If you're a single user and you don't like what SP2 has done to your system, you can get rid of it. There is an explicit uninstall option in Add/Remove programs. You can also use System Restore to put the system state to where it was before SP2. I just tested this and it's slow, but works. You don't even need to be able to boot. I booted into Safe Mode With Command Prompt (after pressing F8 during Windows boot) and ran system restore by typing %systemroot%\system32\restore\rstrui.exe (where %systemroot% is probably c:\windows). Follow the program and you'll find a restore point named "Installed Windows XP Service Pack 2".

Some smaller business networks run Automatic Updates in client PCs for the smaller Windows security updates it provides, but don't want to pull in the massive SP2 without further testing. But Microsoft has promised to deliver tools to let you temporarily disable and then re-enable delivery of Windows XP SP2 via Automatic Updates and Windows Update. This will give you a chance to do your testing first. The tools, along with a ton and a half of information on deploying SP2, will be found on Microsoft's SP2 TechNet page. (They're not there yet.)

If you're a network administrator, you should already be testing SP2 deployment. You've had lots of time to investigate on the release candidates. The longer you wait, the longer you leave your users in a more vulnerable state than they need to be.

Security Center Editor Larry Seltzer has worked in and written about the computer industry since 1983.

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More from Larry Seltzer

Larry Seltzer has been writing software for and English about computers ever since—,much to his own amazement—,he graduated from the University of Pennsylvania in 1983.

He was one of the authors of NPL and NPL-R, fourth-generation languages for microcomputers by the now-defunct DeskTop Software Corporation. (Larry is sad to find absolutely no hits on any of these +products on Google.) His work at Desktop Software included programming the UCSD p-System, a virtual machine-based operating system with portable binaries that pre-dated Java by more than 10 years.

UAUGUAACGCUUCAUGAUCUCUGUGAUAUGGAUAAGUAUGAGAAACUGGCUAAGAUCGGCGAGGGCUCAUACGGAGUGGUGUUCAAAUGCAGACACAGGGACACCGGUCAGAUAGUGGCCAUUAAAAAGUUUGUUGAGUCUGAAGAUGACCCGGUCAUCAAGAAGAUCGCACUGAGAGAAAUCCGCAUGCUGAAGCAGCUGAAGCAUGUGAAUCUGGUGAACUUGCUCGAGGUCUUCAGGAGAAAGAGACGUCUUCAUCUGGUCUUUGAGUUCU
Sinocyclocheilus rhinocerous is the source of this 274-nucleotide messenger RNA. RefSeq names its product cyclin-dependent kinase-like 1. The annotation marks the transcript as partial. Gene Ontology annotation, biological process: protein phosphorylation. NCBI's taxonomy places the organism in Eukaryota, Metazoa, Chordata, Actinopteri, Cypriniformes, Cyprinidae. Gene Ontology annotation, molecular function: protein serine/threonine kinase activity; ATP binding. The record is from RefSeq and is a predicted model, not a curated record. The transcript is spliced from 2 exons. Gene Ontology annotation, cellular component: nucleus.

For several years, he wrote corporate software for Mathematica Policy Research (they're still in business!) and Chase Econometrics (not so lucky) before being forcibly thrown into the consulting market. He bummed around the Philadelphia consulting and contract-programming scenes for a year or two before taking a job at NSTL (National Software Testing Labs) developing product tests and managing contract testing for the computer industry, governments and publication.

In 1991 Larry moved to Massachusetts to become Technical Director of PC Week Labs (now eWeek Labs). He moved within Ziff Davis to New York in 1994 to run testing at Windows Sources. In 1995, he became Technical Director for Internet product testing at PC Magazine and stayed there till 1998.

Since then, he has been writing for numerous other publications, including Fortune Small Business, Windows 2000 Magazine (now Windows and .NET Magazine), ZDNet and Sam Whitmore's Media Survey.